May 14, 2020

Business Valuation

Business Valuation

Campbell, Iridium, and the Future of Valuation Litigation
      Michael W. Schwartz and David C. Bryan, 67(4): 939 - 956 (August 2012)
Five years ago, two landmark federal court valuation decisions, Campbell and Iridium, held that market evidence—rather than the testimony of paid litigation experts—should be relied on to value corporations for purposes of litigation. While a number of decisions have followed Campbell and Iridium, their full potential to make business valuation litigation less costly and less susceptible to hindsight bias has yet to be realized.

Market Evidence, Expert Opinion, and the Adjudicated Value of Distressed Businesses
     Robert J. Stark, Jack F. Williams, and Anders J. Maxwell, 68(4): 1039-1070 (August 2013)
One year ago, The Business Lawyer published an article arguing that courts, when adjudicating the value of distressed businesses, should predominantly defer to “market” evidence, rather than expert opinion. In Campbell, Iridium, and the Future of Valuation Litigation, authors Michael W. Schwartz and David C. Bryan contended that near-universal judicial deference to market data: (1) is supported by recent developments in the case law; (2) would obviate judicial “hindsight bias”; and (3) would enable a more efficient valuation process. Messrs. Schwartz and Bryan further argued that, to solidify the paradigm change, courts should start imposing a pretrial obligation on any litigant intending to present expert valuation opinion to move specially, under Federal Rule of Evidence 702(a), for allowance to do so. This article offers an opposing viewpoint and argues that Messrs. Schwartz and Bryan interpret applicable case law selectively, outside of a broader jurisprudential context, and in a manner that disregards deeply ingrained legal principles. The authors here further contend that: (a) Messrs. Schwartz and Bryan have not presented a compelling case of widespread judicial “hindsight bias”; (b) they have also failed to make a persuasive showing that their proposal will lead to meaningful process efficiencies; and (c) their thesis fails to appreciate the complexity of market dynamics. This article concludes that market evidence tends to require expert interpretation, especially when used to value troubled businesses.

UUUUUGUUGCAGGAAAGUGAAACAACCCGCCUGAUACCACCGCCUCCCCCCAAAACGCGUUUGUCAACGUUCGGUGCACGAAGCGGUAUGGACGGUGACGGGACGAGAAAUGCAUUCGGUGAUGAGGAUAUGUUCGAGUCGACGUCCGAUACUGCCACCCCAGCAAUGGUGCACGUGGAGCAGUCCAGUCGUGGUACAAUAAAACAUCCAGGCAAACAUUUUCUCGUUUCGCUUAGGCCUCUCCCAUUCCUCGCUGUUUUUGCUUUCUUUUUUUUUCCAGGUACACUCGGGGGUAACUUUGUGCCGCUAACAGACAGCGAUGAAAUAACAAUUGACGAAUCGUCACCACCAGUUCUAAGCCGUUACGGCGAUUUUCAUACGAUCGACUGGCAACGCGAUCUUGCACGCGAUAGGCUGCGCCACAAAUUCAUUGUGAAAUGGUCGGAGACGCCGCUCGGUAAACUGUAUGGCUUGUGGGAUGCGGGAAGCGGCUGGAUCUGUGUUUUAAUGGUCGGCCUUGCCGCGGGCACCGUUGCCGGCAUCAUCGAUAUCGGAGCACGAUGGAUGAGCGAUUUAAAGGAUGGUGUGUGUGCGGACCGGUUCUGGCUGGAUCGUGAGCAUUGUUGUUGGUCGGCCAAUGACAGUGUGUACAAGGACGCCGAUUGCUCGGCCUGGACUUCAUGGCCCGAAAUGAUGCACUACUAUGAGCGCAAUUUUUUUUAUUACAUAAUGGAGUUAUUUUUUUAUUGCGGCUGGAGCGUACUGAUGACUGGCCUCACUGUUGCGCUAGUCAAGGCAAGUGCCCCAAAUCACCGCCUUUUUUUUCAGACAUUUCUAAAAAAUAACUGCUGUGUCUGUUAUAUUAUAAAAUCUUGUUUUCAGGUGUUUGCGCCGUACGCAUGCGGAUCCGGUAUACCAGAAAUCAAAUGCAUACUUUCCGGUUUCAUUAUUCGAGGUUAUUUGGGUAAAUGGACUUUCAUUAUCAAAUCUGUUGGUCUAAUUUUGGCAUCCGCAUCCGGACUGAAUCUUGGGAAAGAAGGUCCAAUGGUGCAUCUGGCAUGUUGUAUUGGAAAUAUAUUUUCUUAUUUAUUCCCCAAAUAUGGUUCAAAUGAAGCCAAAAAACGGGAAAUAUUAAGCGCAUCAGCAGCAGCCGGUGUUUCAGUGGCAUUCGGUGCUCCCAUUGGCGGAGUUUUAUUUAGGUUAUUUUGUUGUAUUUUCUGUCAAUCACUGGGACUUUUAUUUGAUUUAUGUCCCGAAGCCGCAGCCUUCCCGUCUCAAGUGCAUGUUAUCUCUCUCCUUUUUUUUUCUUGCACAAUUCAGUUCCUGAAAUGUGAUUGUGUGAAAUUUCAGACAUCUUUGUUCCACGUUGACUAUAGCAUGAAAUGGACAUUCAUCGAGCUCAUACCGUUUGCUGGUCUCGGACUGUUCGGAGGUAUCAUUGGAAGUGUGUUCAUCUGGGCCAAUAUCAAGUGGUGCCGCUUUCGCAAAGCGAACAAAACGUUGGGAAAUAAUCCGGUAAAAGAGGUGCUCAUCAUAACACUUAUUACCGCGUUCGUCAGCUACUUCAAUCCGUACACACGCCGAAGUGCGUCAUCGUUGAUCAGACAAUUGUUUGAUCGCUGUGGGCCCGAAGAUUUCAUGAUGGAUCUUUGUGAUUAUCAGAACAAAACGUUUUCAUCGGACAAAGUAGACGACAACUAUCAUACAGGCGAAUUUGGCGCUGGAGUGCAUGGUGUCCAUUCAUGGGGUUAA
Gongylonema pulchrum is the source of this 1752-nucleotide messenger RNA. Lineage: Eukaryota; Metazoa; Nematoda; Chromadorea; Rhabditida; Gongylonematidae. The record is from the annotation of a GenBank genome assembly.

A Further Comment on the Complexities of Market Evidence in Valuation Litigation
     Gregory A. Horowitz, 68(4): 1071-1082 (August 2013)
This comment offers another view in the dialogue concerning the use of market evidence in valuation litigation initiated in these pages one year ago. In Campbell, Iridium, and the Future of Valuation Litigation, Michael Schwartz and David Bryan argued that an understanding of the importance of market evidence, and of costs and vagaries of a battle of valuation experts, should lead courts to adopt a rebuttable presumption against the admissibility of expert valuation testimony. Like Messrs. Stark, Williams, and Maxwell, whose views are forcefully advanced in a separate article here, I find this proposal ill-advised, but for somewhat different reasons. I agree with Messrs. Schwartz and Bryan that market evidence is central to any question of value, but argue that the market never speaks for itself, indeed never speaks with a voice capable of lay interpretation. By way of example, I present a “debt discount test” for determining whether the market deems an enterprise to be insolvent (the question at issue in both Campbell and Iridium) and show that, even while this test substantially simplifies the interpretation of market data, expert opinion is inevitably required in its application. The increasing recognition of the importance of contemporaneous market information will improve valuation litigation and narrow areas of good-faith dispute without the need for radical procedural limitations on the adversarial process.